Monofocal IOLs provide good distance and near visual acuities of about 20/40 or better for pediatric patients when the targeted vision is within 1 D of emmetropia.
"Premium IOLs are used basically to provide spectacle independence and restore accommodation, and they are appealing for use in older children," said Dr. Nihalani-Gangwani, a fellow at Children's Hospital Boston, Harvard Medical School, Boston. "Some of the major concerns in this patient group are IOL power calculation and refractive instability."
She and co-author Deborah K. VanderVeen, MD, addressed the question about whether multifocal IOLs are needed to achieve good distance and near vision in pediatric cases, considering that so many young children have monofocal IOLs and still have good distance and near visual acuity.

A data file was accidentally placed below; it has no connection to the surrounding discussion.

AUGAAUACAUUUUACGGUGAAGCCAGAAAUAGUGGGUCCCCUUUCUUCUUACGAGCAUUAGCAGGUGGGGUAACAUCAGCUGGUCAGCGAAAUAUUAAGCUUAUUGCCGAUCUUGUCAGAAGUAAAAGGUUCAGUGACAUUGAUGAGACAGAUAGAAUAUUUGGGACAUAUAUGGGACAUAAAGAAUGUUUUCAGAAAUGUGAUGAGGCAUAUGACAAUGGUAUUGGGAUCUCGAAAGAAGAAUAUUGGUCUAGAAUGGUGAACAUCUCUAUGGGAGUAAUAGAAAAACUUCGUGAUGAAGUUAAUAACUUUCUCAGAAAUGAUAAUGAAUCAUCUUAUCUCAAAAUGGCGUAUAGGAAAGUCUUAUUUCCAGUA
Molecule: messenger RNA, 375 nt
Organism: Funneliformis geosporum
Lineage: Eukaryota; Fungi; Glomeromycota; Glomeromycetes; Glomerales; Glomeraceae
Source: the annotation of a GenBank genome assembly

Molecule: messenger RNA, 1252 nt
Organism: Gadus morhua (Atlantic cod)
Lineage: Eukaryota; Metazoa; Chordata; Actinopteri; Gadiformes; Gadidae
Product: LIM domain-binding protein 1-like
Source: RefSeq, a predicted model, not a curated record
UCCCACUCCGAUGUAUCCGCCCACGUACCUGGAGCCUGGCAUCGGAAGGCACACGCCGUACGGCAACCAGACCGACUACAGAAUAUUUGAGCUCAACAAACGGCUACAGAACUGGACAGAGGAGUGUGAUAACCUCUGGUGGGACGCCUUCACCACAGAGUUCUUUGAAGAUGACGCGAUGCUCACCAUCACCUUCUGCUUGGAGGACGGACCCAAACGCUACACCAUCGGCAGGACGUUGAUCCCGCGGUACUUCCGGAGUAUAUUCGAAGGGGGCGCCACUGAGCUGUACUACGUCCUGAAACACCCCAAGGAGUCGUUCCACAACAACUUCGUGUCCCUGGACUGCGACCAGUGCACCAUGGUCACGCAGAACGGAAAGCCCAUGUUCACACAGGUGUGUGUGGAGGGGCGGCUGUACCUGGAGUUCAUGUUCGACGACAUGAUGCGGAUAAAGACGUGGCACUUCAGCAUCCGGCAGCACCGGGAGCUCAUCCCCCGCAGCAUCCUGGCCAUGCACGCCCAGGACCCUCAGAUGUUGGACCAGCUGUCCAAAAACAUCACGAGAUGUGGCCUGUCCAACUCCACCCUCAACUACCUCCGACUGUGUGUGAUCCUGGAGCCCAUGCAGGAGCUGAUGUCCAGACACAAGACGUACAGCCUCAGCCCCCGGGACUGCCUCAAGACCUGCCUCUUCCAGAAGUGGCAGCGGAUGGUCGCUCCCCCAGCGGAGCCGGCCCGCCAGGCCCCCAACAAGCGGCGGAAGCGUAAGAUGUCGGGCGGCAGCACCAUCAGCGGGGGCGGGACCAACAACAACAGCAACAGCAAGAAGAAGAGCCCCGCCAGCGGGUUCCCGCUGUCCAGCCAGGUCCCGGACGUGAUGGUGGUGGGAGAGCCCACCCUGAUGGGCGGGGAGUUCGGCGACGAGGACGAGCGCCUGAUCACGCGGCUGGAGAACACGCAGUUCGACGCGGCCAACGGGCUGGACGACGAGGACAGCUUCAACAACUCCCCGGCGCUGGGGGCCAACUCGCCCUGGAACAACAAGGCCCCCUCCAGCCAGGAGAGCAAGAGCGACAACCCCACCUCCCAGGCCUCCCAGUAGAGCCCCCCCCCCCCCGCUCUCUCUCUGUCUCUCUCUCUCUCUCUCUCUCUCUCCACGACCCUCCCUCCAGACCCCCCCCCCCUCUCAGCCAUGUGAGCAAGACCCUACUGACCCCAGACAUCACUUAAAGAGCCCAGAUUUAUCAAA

However, no reports had been published on the uncorrected distance and near visual acuity in the pediatric population, according to Dr. Nihalani-Gangwani. Therefore, they undertook a retrospective chart review to determine the uncorrected distance and near visual acuity levels in children with in-the-bag monofocal IOLs.
All children were older than 5 years and had been targeted for emmetropia within 1 D. The main outcome measures were the uncorrected distance and near visual acuities. The patients were divided into two groups. Group 1 had distance and near visual acuities of better than 20/40, and group 2 had distance and near visual acuities of 20/40 or worse.
The study included 41 eyes of 25 children, with mean age of 11.2 + 3.6 years.
Roughly 50% of the pseudophakic pediatric eyes and 75% of children with bilateral pseudophakia had an uncorrected distance and near visual acuity that exceeded 20/40, she said. The mean keratometry was steeper in group 1, and the mean cylinder was lower in group 1 compared with group 2 (–1.3 D versus –2.2 D, respectively). The mean spherical equivalent was almost plano in group 1.
Interestingly, she said, there was no significant difference in the mean cylinder postoperatively.